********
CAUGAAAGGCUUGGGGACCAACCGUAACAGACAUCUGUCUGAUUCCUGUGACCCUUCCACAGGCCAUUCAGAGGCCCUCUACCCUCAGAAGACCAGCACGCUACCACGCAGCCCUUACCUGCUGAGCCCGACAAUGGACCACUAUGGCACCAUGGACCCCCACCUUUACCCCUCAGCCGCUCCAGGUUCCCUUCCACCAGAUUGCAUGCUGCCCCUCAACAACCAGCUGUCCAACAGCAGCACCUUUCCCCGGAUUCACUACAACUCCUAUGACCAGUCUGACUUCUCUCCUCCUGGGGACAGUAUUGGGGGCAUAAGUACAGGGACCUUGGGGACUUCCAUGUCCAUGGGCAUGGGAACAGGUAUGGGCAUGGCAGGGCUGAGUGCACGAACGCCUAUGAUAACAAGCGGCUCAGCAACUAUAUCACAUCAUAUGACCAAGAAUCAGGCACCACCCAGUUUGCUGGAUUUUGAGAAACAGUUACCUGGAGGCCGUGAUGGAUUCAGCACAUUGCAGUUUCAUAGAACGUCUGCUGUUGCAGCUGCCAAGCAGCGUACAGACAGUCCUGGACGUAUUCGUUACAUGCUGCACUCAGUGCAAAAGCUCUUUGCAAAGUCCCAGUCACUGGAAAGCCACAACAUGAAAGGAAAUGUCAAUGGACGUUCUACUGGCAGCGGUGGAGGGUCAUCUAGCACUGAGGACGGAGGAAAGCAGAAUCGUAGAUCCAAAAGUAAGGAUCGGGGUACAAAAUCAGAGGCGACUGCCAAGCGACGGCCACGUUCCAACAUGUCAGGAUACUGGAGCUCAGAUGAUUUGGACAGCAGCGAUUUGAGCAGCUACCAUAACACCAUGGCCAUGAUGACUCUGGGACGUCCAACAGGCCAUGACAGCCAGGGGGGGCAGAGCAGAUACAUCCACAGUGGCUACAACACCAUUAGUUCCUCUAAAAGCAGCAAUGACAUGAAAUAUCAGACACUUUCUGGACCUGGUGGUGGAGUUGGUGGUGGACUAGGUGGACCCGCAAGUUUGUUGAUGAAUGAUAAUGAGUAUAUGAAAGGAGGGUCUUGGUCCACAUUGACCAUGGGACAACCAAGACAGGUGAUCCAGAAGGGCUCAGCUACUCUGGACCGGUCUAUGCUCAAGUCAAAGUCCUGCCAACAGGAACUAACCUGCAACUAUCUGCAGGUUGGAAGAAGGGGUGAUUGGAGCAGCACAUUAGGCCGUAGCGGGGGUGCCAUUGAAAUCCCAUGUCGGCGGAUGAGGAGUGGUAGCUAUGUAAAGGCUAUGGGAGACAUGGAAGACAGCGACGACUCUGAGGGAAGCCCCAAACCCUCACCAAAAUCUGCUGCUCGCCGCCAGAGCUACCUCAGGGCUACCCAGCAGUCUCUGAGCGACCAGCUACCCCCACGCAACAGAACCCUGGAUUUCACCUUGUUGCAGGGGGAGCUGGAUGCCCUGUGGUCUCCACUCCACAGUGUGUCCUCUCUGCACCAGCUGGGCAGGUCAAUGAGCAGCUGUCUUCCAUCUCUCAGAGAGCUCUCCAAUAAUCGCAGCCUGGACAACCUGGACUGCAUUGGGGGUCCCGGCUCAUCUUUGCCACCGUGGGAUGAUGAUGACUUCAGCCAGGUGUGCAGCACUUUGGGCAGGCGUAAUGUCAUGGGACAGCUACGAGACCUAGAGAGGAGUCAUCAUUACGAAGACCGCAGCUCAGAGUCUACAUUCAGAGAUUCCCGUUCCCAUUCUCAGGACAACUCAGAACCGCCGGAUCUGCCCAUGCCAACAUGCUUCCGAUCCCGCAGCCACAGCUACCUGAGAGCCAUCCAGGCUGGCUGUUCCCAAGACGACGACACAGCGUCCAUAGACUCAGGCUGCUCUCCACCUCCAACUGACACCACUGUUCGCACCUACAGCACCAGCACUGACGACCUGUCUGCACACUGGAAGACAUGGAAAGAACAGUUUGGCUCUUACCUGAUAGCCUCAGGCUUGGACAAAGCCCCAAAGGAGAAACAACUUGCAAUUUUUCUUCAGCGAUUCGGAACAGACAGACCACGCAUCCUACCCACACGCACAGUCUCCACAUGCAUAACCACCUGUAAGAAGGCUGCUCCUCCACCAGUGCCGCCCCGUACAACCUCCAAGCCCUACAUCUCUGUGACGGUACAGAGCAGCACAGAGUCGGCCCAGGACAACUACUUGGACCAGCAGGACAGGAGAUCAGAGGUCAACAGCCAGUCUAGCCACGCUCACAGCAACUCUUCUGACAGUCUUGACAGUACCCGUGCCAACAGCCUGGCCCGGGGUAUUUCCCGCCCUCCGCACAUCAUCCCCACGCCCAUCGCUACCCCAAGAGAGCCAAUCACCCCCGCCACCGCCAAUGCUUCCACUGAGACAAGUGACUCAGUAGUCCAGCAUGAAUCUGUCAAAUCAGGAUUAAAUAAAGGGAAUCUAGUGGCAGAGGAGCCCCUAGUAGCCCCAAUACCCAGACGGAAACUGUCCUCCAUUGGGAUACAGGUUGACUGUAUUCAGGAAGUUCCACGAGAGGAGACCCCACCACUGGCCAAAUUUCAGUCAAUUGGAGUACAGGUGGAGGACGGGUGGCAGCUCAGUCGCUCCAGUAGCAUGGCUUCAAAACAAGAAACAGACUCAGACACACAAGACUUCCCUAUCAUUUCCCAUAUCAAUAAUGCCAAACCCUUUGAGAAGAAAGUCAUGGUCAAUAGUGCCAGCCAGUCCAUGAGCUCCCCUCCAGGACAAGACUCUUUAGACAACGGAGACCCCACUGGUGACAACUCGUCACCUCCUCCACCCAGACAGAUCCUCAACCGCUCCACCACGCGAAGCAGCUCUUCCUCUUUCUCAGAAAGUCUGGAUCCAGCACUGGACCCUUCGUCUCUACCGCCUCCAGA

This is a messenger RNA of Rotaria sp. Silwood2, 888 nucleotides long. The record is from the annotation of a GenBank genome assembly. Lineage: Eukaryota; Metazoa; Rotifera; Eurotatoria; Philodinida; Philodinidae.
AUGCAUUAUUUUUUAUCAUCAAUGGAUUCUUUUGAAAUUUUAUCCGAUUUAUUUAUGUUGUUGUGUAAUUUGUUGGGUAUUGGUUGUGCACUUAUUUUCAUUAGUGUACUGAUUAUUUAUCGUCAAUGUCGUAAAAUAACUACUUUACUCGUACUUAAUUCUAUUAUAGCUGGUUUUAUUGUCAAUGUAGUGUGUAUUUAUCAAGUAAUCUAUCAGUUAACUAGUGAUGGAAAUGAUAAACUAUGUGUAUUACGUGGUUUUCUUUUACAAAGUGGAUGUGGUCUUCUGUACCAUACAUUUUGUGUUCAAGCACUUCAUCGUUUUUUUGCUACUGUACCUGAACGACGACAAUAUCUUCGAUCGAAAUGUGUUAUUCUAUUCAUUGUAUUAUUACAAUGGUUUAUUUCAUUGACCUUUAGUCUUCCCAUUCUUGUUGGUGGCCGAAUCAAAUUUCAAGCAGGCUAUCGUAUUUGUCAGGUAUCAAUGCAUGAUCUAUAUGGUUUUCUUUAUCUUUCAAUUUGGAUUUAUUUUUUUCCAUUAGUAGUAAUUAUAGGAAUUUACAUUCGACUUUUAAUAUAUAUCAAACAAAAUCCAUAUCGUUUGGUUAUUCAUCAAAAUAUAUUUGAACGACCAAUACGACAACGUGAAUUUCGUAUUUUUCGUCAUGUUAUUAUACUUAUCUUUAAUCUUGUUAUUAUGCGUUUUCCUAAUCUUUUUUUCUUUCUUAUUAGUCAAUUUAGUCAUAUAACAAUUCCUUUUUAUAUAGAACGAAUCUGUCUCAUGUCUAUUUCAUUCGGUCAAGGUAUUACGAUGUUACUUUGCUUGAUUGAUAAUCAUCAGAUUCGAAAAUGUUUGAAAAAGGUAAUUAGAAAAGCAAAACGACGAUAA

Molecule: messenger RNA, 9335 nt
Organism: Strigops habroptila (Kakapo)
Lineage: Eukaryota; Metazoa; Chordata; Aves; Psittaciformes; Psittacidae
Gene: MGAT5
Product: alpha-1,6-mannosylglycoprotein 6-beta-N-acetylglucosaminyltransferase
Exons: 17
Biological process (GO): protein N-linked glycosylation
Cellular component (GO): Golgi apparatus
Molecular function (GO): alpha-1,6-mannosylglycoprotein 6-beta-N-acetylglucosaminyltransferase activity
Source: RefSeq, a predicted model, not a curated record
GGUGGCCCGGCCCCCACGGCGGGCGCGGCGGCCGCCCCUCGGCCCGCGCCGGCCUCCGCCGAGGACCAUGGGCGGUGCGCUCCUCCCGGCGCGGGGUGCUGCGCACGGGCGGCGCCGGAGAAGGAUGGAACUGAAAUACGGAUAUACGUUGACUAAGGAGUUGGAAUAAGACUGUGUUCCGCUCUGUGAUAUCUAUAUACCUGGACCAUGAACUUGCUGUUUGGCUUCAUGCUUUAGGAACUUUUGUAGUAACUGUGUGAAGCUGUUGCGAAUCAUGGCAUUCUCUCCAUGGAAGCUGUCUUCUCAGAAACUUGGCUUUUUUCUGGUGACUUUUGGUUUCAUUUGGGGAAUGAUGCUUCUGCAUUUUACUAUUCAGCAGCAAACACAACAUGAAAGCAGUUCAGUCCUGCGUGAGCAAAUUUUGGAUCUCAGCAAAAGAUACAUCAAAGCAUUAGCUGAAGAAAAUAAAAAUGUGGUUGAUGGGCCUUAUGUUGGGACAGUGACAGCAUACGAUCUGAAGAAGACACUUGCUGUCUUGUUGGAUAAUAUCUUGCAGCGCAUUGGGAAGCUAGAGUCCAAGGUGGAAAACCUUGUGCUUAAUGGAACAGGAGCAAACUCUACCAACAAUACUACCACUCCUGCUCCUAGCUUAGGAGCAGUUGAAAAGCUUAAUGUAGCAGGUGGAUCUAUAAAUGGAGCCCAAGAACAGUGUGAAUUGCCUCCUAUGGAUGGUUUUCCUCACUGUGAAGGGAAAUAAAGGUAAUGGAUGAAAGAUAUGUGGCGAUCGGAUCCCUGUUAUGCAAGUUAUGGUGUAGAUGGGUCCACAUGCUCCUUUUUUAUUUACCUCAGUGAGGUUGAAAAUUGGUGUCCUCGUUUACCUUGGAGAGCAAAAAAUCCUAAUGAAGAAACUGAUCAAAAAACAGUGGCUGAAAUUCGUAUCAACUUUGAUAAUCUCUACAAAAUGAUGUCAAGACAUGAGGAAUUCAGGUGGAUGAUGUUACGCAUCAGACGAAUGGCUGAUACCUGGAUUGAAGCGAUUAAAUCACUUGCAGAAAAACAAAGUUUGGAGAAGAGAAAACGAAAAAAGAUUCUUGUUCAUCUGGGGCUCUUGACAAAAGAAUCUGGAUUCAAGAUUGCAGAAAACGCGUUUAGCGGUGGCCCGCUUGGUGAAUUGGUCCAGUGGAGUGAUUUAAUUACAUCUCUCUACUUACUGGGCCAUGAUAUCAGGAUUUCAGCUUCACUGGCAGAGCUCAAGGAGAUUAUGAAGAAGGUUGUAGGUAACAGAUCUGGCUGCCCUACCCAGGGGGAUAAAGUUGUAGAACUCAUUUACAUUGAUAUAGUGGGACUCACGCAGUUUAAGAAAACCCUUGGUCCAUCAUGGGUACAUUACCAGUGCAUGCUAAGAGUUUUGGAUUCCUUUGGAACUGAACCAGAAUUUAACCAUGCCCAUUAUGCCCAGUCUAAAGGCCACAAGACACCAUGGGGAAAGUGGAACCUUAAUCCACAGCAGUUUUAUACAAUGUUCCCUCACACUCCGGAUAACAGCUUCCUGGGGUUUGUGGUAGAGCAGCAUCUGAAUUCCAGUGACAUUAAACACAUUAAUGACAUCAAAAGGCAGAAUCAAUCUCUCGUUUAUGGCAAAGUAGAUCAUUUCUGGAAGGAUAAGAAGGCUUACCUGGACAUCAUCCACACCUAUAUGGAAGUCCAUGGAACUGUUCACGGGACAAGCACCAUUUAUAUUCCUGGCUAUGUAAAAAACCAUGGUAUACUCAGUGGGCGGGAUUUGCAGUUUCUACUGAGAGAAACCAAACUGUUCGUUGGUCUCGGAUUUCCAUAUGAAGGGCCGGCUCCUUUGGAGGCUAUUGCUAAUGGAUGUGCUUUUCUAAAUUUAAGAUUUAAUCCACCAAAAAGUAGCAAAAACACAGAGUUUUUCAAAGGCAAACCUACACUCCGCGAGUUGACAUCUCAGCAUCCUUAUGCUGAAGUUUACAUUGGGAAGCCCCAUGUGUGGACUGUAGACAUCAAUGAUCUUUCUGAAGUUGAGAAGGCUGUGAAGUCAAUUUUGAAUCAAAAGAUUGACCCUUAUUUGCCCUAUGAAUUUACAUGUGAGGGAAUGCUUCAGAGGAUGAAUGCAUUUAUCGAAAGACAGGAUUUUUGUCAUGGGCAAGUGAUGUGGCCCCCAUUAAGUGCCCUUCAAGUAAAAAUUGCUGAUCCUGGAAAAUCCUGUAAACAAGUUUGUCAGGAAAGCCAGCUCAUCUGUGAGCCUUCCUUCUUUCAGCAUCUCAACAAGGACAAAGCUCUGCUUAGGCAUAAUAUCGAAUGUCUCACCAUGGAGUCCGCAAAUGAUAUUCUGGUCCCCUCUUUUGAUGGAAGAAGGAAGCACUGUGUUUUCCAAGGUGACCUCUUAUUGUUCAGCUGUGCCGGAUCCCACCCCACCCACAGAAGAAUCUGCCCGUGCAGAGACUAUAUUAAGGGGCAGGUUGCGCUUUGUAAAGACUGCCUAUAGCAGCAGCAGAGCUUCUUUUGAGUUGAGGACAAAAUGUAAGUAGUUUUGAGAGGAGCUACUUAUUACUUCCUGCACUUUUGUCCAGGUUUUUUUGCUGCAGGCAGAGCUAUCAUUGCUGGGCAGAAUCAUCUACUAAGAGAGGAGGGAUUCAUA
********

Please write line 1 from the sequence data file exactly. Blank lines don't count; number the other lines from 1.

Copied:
CAUGAAAGGCUUGGGGACCAACCGUAACAGACAUCUGUCUGAUUCCUGUGACCCUUCCACAGGCCAUUCAGAGGCCCUCUACCCUCAGAAGACCAGCACGCUACCACGCAGCCCUUACCUGCUGAGCCCGACAAUGGACCACUAUGGCACCAUGGACCCCCACCUUUACCCCUCAGCCGCUCCAGGUUCCCUUCCACCAGAUUGCAUGCUGCCCCUCAACAACCAGCUGUCCAACAGCAGCACCUUUCCCCGGAUUCACUACAACUCCUAUGACCAGUCUGACUUCUCUCCUCCUGGGGACAGUAUUGGGGGCAUAAGUACAGGGACCUUGGGGACUUCCAUGUCCAUGGGCAUGGGAACAGGUAUGGGCAUGGCAGGGCUGAGUGCACGAACGCCUAUGAUAACAAGCGGCUCAGCAACUAUAUCACAUCAUAUGACCAAGAAUCAGGCACCACCCAGUUUGCUGGAUUUUGAGAAACAGUUACCUGGAGGCCGUGAUGGAUUCAGCACAUUGCAGUUUCAUAGAACGUCUGCUGUUGCAGCUGCCAAGCAGCGUACAGACAGUCCUGGACGUAUUCGUUACAUGCUGCACUCAGUGCAAAAGCUCUUUGCAAAGUCCCAGUCACUGGAAAGCCACAACAUGAAAGGAAAUGUCAAUGGACGUUCUACUGGCAGCGGUGGAGGGUCAUCUAGCACUGAGGACGGAGGAAAGCAGAAUCGUAGAUCCAAAAGUAAGGAUCGGGGUACAAAAUCAGAGGCGACUGCCAAGCGACGGCCACGUUCCAACAUGUCAGGAUACUGGAGCUCAGAUGAUUUGGACAGCAGCGAUUUGAGCAGCUACCAUAACACCAUGGCCAUGAUGACUCUGGGACGUCCAACAGGCCAUGACAGCCAGGGGGGGCAGAGCAGAUACAUCCACAGUGGCUACAACACCAUUAGUUCCUCUAAAAGCAGCAAUGACAUGAAAUAUCAGACACUUUCUGGACCUGGUGGUGGAGUUGGUGGUGGACUAGGUGGACCCGCAAGUUUGUUGAUGAAUGAUAAUGAGUAUAUGAAAGGAGGGUCUUGGUCCACAUUGACCAUGGGACAACCAAGACAGGUGAUCCAGAAGGGCUCAGCUACUCUGGACCGGUCUAUGCUCAAGUCAAAGUCCUGCCAACAGGAACUAACCUGCAACUAUCUGCAGGUUGGAAGAAGGGGUGAUUGGAGCAGCACAUUAGGCCGUAGCGGGGGUGCCAUUGAAAUCCCAUGUCGGCGGAUGAGGAGUGGUAGCUAUGUAAAGGCUAUGGGAGACAUGGAAGACAGCGACGACUCUGAGGGAAGCCCCAAACCCUCACCAAAAUCUGCUGCUCGCCGCCAGAGCUACCUCAGGGCUACCCAGCAGUCUCUGAGCGACCAGCUACCCCCACGCAACAGAACCCUGGAUUUCACCUUGUUGCAGGGGGAGCUGGAUGCCCUGUGGUCUCCACUCCACAGUGUGUCCUCUCUGCACCAGCUGGGCAGGUCAAUGAGCAGCUGUCUUCCAUCUCUCAGAGAGCUCUCCAAUAAUCGCAGCCUGGACAACCUGGACUGCAUUGGGGGUCCCGGCUCAUCUUUGCCACCGUGGGAUGAUGAUGACUUCAGCCAGGUGUGCAGCACUUUGGGCAGGCGUAAUGUCAUGGGACAGCUACGAGACCUAGAGAGGAGUCAUCAUUACGAAGACCGCAGCUCAGAGUCUACAUUCAGAGAUUCCCGUUCCCAUUCUCAGGACAACUCAGAACCGCCGGAUCUGCCCAUGCCAACAUGCUUCCGAUCCCGCAGCCACAGCUACCUGAGAGCCAUCCAGGCUGGCUGUUCCCAAGACGACGACACAGCGUCCAUAGACUCAGGCUGCUCUCCACCUCCAACUGACACCACUGUUCGCACCUACAGCACCAGCACUGACGACCUGUCUGCACACUGGAAGACAUGGAAAGAACAGUUUGGCUCUUACCUGAUAGCCUCAGGCUUGGACAAAGCCCCAAAGGAGAAACAACUUGCAAUUUUUCUUCAGCGAUUCGGAACAGACAGACCACGCAUCCUACCCACACGCACAGUCUCCACAUGCAUAACCACCUGUAAGAAGGCUGCUCCUCCACCAGUGCCGCCCCGUACAACCUCCAAGCCCUACAUCUCUGUGACGGUACAGAGCAGCACAGAGUCGGCCCAGGACAACUACUUGGACCAGCAGGACAGGAGAUCAGAGGUCAACAGCCAGUCUAGCCACGCUCACAGCAACUCUUCUGACAGUCUUGACAGUACCCGUGCCAACAGCCUGGCCCGGGGUAUUUCCCGCCCUCCGCACAUCAUCCCCACGCCCAUCGCUACCCCAAGAGAGCCAAUCACCCCCGCCACCGCCAAUGCUUCCACUGAGACAAGUGACUCAGUAGUCCAGCAUGAAUCUGUCAAAUCAGGAUUAAAUAAAGGGAAUCUAGUGGCAGAGGAGCCCCUAGUAGCCCCAAUACCCAGACGGAAACUGUCCUCCAUUGGGAUACAGGUUGACUGUAUUCAGGAAGUUCCACGAGAGGAGACCCCACCACUGGCCAAAUUUCAGUCAAUUGGAGUACAGGUGGAGGACGGGUGGCAGCUCAGUCGCUCCAGUAGCAUGGCUUCAAAACAAGAAACAGACUCAGACACACAAGACUUCCCUAUCAUUUCCCAUAUCAAUAAUGCCAAACCCUUUGAGAAGAAAGUCAUGGUCAAUAGUGCCAGCCAGUCCAUGAGCUCCCCUCCAGGACAAGACUCUUUAGACAACGGAGACCCCACUGGUGACAACUCGUCACCUCCUCCACCCAGACAGAUCCUCAACCGCUCCACCACGCGAAGCAGCUCUUCCUCUUUCUCAGAAAGUCUGGAUCCAGCACUGGACCCUUCGUCUCUACCGCCUCCAGA